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Last page update was 25 Apr 2008

Fisher Fury R1 Ownership - March 2007

25th March

Fog Light

Replaced the SVA fog light with a recessed LED foglight. Needed to add a 22ohm resistor in-line as it is a 9.6V lamp. The red tape is to help align the blue vinyl stripe. This will go over the foglight and I will then cut through to reveal it.

26th March

Rear Stripe

The rear stripe in place.

Speedo Calibration

With a factor of 6270 programmed into the Digidash, my speedometer indicates 70mph at a true 65mph. So the new calibration factor to try is 65 / 70 * 6270 = 5822. I will test this against my GPS system when I finally get to drive on the road.

Steering Wheel

I'm replacing the rather large Sierra steering wheel with a smaller (290mm diameter), quick release Momo wheel. The hexagonal boss was a bit too long so I've machined 5mm off of the inside face to get it closer to the paddle shift mechanism. I've also drilled a 6mm hole through it and the steering column to stop it rotating. I'll also weld it in place for added security.

The outer end sits over the narrower, threaded end of the column so I've got a brass bush machined to provide a snug fit. This is held in place by the circlip on the release mechanism. It fits inside the hexagonal boss (3/4") and over the column threads (14mm). It is 25mm long.

26th March

Steering Wheel

The new steering wheel makes access much easier, especially when removed.

28th March

Tyre Pressures

For the SVA, I'd upped the front tyre pressures to improve the self-centering action on the steering. My experiences with my Lotus Elise  showed just how susceptible light cars are to varying tyre pressures. Even small variations (e.g. 5°C) in the ambient temperature can alter tyre pressures by 1 or 2 psi. I'm going to have to do some serious experimenting here but for now, I've set the pressures to 18psi all round and I will use this as a baseline for further testing. This all assumes an accurate tyre gauge  with excellent repeatability of readings.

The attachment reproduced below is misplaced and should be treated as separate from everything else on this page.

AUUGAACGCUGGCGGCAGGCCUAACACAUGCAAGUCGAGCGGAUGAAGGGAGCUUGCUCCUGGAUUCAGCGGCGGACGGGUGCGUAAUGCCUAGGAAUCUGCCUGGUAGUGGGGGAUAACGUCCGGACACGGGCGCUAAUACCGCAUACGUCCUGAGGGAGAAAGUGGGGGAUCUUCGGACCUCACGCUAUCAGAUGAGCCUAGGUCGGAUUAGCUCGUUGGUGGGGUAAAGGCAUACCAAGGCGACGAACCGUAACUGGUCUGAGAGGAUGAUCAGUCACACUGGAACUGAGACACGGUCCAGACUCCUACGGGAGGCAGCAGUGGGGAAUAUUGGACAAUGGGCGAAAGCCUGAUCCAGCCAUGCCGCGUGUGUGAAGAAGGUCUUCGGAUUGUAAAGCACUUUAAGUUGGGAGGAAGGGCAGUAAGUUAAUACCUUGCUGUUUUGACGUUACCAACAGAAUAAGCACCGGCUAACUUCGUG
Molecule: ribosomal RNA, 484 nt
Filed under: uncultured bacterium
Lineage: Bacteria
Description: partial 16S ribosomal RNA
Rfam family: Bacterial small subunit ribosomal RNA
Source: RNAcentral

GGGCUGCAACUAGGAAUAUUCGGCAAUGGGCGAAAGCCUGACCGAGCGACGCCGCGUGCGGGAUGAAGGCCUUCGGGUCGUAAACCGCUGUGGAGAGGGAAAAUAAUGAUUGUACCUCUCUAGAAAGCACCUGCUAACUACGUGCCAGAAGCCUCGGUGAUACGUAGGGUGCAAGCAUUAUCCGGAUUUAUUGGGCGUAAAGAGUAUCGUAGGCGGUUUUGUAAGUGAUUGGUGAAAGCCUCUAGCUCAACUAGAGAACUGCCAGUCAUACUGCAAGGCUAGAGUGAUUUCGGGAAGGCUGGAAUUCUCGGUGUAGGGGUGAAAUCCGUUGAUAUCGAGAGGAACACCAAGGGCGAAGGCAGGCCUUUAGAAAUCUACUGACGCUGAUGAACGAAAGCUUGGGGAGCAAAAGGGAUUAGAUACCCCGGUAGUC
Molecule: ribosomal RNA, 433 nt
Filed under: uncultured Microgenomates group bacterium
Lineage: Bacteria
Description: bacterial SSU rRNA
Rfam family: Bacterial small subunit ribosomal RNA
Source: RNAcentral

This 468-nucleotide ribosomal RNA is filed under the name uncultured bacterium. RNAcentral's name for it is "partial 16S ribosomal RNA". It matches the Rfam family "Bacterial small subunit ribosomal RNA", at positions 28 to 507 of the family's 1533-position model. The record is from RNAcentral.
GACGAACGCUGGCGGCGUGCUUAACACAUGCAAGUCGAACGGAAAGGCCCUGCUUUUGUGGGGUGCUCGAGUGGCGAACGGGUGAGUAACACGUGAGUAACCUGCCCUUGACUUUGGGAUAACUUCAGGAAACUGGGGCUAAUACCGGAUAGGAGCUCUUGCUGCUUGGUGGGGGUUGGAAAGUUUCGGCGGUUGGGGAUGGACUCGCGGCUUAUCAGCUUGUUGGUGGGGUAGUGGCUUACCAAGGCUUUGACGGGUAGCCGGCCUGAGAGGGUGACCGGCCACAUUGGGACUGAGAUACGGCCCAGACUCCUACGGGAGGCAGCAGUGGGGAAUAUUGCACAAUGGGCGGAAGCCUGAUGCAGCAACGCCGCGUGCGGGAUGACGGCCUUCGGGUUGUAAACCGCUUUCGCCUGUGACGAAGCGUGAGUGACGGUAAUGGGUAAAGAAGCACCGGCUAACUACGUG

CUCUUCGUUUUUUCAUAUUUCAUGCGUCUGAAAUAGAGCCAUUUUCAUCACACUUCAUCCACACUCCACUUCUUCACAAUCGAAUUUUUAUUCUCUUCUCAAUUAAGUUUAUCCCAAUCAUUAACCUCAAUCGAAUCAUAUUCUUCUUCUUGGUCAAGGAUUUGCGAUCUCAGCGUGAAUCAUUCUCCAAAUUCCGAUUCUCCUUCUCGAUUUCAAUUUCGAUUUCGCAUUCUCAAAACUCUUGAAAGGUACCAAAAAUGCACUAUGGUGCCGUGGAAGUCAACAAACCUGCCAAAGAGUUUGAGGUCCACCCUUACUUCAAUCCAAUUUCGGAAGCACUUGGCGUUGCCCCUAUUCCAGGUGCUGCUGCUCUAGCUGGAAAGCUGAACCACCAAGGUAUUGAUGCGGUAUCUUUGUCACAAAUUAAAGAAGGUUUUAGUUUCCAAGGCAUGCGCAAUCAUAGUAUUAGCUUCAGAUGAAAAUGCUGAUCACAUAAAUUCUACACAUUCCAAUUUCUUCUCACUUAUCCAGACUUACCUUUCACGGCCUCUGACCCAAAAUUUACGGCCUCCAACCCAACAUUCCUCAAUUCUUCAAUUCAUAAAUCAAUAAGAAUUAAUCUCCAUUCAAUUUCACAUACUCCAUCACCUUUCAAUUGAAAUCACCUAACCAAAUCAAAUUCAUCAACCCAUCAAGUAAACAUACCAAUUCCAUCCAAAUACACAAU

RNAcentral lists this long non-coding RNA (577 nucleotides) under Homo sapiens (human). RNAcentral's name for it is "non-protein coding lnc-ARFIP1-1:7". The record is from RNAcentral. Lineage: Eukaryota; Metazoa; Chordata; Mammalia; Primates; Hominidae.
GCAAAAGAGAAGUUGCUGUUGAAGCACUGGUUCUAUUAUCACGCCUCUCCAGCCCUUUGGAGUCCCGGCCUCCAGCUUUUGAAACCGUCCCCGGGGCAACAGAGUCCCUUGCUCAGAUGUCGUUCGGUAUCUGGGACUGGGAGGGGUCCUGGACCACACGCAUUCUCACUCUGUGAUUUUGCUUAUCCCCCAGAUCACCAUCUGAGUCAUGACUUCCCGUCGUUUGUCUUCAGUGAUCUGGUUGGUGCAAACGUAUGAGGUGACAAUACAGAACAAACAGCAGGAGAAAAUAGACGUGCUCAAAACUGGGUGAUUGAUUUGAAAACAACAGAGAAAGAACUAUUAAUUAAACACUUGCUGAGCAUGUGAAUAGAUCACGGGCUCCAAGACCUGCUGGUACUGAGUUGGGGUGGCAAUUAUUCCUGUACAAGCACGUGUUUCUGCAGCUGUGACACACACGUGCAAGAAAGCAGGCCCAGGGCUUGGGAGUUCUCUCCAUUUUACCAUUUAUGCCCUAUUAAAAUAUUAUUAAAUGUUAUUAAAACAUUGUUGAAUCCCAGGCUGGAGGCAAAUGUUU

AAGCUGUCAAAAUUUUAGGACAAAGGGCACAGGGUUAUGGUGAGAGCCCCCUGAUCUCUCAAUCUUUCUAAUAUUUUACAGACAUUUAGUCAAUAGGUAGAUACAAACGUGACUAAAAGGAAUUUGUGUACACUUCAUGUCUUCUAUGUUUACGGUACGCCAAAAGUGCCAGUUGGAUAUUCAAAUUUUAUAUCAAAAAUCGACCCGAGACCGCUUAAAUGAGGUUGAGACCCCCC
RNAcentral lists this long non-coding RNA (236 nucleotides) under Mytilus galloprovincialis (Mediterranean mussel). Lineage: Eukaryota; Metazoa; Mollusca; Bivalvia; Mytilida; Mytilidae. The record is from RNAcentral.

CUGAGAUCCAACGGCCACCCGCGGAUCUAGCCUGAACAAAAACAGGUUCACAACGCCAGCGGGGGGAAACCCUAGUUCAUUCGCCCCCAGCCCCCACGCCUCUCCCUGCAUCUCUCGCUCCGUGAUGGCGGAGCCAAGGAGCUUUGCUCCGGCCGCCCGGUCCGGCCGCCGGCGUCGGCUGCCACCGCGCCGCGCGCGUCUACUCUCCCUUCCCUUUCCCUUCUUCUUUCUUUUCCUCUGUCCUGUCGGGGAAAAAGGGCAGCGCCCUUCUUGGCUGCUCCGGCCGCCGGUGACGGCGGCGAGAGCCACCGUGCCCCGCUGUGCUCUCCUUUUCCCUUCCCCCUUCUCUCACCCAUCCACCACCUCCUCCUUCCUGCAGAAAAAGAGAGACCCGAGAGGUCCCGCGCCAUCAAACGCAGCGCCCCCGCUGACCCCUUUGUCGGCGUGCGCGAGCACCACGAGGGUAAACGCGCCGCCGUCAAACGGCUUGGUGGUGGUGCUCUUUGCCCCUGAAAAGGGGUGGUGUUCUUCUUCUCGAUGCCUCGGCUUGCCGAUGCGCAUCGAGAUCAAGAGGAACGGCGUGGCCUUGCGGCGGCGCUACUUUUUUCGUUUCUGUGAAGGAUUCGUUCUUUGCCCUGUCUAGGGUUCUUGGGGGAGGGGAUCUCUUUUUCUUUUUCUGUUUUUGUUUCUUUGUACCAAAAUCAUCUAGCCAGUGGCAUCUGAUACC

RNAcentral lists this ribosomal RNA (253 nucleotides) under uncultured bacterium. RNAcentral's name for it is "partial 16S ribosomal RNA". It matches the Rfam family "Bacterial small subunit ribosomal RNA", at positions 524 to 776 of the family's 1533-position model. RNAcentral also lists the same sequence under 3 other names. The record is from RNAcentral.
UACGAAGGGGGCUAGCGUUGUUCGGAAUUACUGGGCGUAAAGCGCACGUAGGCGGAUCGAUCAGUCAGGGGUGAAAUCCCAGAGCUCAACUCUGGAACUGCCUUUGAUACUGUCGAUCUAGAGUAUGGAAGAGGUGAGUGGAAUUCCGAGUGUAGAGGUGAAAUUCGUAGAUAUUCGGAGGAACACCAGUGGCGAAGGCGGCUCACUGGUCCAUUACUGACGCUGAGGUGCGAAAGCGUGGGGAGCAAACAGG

Front Suspension

The front suspension features inboard springs and dampers with a rocker arm arrangement. The rocker pivot is designed to support adjustment of the kingpin angle by using washers at each end of the pivot tube. For the SVA test these washer are put at the front end of the rocker pivot tube to give a larger kingpin angle and thus improve the self-centering action of the steering. The downside of this is that this makes the steering feel heavier because in effect, turning the wheels is lifting the front of the car slightly. With the SVA test out of the way, these washers have been moved to the rear end of the rocker pivot tube to lighten the steering and make it more responsive. This does reduce the self-centering action slightly. The grease nipple shown in the picture is to fill the rocker with grease and to stop water getting in and causing corrosion. If the rocker doesn't rotate freely, it places tremendous forces on the chassis mounts and will break them.

30th March

I had one of those dawning moments whilst waiting in line at the fish and chip shop last night. I connected many things together in my mind for some reason and realised I've been a bit of an idiot. All this time I had assumed that the bike gearbox was six gears up and six back down. It's not.

The various things I connected were: